Some words should simply be chased away. "Meaningful," for instance.
One winces when it is trotted out indiscriminately to convey the unjustified significance of anything from a peanut to a moonbeam. How many more "meaningful relationships" or "meaningful meetings" can the world accommodate?
The word was not always so grossly ubiquitous. My 1859 Webster's doesn't even mention it. When it appeared in the past, it was generally in some novelistic phrase like "she gave him a meaningful glance."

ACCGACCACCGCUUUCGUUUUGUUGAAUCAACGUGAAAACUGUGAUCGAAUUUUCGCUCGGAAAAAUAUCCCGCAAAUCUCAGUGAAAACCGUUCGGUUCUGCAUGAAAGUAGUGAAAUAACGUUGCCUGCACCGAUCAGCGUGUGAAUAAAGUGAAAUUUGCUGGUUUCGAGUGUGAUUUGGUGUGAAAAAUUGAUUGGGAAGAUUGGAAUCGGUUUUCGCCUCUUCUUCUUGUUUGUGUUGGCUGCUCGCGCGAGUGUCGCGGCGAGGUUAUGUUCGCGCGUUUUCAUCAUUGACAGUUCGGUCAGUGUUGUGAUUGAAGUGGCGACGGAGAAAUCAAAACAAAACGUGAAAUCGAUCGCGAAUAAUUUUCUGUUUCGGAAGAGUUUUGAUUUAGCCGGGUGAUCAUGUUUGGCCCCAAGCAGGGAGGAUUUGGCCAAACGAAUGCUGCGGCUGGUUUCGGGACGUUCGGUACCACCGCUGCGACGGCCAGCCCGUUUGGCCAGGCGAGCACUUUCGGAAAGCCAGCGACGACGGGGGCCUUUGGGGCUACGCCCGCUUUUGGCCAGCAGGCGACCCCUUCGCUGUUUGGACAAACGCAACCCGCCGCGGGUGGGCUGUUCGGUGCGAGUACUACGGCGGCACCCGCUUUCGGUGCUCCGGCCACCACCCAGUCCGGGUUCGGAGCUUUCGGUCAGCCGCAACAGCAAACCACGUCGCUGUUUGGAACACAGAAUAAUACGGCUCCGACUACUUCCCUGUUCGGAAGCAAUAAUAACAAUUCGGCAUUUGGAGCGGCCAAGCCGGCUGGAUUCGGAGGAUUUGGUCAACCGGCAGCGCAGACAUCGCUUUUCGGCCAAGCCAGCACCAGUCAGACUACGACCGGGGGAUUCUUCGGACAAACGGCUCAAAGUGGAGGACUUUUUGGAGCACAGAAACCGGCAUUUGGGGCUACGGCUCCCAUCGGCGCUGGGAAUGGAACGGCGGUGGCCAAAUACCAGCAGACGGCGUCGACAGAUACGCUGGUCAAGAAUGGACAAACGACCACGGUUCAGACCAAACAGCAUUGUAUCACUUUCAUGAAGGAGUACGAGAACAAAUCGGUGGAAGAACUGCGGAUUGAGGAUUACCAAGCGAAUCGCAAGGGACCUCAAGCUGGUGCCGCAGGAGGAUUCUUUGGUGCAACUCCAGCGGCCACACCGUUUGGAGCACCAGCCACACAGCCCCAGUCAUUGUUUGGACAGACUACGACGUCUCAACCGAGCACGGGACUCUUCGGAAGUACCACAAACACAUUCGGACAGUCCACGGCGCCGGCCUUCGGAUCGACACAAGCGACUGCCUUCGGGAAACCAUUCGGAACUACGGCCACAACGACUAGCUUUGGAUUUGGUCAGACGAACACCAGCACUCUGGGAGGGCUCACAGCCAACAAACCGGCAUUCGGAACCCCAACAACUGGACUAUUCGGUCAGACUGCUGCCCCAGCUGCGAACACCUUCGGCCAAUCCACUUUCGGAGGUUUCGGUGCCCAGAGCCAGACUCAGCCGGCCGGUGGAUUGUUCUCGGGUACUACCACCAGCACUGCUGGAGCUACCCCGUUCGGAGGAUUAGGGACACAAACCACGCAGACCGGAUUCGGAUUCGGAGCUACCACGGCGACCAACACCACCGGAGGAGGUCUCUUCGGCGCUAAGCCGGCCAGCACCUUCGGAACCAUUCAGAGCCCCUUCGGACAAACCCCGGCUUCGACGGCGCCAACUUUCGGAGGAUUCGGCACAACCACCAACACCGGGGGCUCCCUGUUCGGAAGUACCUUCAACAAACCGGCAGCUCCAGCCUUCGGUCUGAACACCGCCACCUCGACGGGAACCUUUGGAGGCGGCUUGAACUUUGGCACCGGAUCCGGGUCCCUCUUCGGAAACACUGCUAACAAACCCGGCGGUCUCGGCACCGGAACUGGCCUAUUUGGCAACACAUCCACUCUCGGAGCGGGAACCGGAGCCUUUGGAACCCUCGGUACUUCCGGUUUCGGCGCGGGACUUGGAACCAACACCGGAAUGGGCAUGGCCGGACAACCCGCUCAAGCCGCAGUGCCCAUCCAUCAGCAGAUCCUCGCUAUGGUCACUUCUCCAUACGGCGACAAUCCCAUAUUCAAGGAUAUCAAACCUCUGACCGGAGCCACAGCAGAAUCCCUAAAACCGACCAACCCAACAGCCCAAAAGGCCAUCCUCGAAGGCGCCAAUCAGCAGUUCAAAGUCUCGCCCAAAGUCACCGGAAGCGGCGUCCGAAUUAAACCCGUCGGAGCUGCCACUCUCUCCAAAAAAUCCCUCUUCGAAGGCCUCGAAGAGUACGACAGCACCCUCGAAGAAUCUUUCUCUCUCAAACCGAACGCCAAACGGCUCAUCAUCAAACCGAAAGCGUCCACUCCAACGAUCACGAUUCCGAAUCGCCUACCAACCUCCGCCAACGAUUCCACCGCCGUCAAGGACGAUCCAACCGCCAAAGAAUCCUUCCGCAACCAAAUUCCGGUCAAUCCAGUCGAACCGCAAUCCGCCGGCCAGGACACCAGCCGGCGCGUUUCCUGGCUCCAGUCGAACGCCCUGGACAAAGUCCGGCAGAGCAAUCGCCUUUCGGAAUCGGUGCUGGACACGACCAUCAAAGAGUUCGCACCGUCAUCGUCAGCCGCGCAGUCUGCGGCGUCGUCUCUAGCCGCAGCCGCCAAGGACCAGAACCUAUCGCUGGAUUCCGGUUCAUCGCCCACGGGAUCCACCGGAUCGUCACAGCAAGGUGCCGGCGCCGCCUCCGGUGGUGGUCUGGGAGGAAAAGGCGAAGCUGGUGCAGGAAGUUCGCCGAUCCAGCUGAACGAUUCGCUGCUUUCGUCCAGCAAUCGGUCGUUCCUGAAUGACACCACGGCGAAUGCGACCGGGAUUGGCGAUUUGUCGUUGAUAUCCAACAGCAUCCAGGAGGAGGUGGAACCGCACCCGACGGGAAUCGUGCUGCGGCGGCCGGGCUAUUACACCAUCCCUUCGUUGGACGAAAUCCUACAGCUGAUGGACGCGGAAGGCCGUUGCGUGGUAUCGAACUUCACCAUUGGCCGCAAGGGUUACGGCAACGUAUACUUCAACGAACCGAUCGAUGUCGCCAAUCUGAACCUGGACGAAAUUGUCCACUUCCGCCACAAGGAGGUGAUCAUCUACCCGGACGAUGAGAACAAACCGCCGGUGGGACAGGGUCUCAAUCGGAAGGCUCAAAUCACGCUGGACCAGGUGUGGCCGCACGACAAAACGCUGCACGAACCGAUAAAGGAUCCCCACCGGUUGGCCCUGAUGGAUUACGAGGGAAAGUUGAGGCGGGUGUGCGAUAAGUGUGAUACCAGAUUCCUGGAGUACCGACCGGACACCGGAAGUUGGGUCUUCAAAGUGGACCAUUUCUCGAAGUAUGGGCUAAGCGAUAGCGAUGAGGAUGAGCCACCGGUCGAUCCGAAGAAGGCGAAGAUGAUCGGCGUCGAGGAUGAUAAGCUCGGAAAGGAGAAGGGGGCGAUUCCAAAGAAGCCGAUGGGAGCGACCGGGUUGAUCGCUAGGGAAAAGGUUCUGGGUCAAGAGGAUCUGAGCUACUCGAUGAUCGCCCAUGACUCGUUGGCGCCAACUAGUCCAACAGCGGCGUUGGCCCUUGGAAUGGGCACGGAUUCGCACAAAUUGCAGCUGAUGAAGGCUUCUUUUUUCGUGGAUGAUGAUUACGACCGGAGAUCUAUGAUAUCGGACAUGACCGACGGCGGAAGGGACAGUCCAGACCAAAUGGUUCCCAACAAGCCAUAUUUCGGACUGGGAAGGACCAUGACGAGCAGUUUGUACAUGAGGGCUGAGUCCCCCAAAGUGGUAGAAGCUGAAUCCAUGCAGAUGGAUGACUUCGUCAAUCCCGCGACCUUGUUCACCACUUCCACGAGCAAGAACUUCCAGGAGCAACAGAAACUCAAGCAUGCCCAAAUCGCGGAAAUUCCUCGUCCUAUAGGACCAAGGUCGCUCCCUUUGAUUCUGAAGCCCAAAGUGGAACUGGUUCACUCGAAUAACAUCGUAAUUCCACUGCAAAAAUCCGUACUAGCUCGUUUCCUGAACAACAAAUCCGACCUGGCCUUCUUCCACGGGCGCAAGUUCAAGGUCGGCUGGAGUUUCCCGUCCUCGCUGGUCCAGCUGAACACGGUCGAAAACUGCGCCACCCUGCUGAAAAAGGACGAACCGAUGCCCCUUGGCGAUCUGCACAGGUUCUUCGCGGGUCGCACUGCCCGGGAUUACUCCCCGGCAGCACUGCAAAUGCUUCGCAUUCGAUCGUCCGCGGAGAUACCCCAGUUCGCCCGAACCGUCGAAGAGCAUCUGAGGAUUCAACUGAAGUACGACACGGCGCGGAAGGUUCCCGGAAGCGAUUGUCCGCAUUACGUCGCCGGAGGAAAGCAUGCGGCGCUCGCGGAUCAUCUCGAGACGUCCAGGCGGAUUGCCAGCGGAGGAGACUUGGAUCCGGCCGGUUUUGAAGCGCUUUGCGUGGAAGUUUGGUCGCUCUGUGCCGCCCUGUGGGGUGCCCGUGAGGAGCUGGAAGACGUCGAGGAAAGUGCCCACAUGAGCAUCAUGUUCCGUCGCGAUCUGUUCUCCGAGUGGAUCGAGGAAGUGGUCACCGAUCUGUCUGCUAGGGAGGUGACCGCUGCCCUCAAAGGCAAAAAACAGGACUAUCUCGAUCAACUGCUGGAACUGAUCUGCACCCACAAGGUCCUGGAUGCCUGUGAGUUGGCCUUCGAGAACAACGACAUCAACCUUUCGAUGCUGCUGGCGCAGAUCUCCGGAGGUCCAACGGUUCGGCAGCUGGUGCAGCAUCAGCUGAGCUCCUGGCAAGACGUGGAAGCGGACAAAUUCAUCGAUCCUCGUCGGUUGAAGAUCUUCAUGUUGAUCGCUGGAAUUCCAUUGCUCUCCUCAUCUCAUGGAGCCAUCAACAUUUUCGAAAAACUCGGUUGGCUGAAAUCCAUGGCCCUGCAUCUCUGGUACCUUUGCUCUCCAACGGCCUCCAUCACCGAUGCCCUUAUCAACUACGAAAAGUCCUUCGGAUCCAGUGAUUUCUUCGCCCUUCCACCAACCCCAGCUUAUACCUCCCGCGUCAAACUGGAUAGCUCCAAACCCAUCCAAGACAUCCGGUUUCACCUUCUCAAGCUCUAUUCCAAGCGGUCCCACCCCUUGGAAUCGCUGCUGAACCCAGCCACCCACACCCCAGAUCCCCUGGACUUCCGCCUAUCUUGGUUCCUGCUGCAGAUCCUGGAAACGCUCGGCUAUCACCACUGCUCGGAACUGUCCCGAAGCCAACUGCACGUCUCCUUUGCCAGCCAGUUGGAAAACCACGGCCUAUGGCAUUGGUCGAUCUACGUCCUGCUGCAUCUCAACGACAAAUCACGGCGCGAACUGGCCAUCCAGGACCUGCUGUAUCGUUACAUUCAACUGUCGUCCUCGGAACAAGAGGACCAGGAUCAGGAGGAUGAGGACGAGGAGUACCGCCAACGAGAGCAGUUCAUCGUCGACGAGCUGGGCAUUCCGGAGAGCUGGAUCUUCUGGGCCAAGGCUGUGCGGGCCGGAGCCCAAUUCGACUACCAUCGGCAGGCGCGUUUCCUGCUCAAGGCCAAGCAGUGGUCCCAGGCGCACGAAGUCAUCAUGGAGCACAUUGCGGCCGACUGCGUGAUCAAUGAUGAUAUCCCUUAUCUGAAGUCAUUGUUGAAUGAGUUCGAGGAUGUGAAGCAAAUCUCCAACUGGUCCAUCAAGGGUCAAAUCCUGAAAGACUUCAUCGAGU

The newest (2001) usage book I have is "Mind the Gaffe: The Penguin Guide to Common Errors in English," by R.L. Trask. In it, Trask grumbles that "meaningful' is "vastly overused."
Yet as long ago as 1993, Kenneth Wilson's "Columbia Guide to Standard American English" described "meaningful" as convalescing after "prodigious" cliché-ridden popularity in the 1960s and '70s. He suggested as alternatives "pleasant, instructive, helpful, thought-provoking."
The fact that he considered such commonplaces preferable indicates how meaningless "meaningful" had become.
It could still do with a good rest.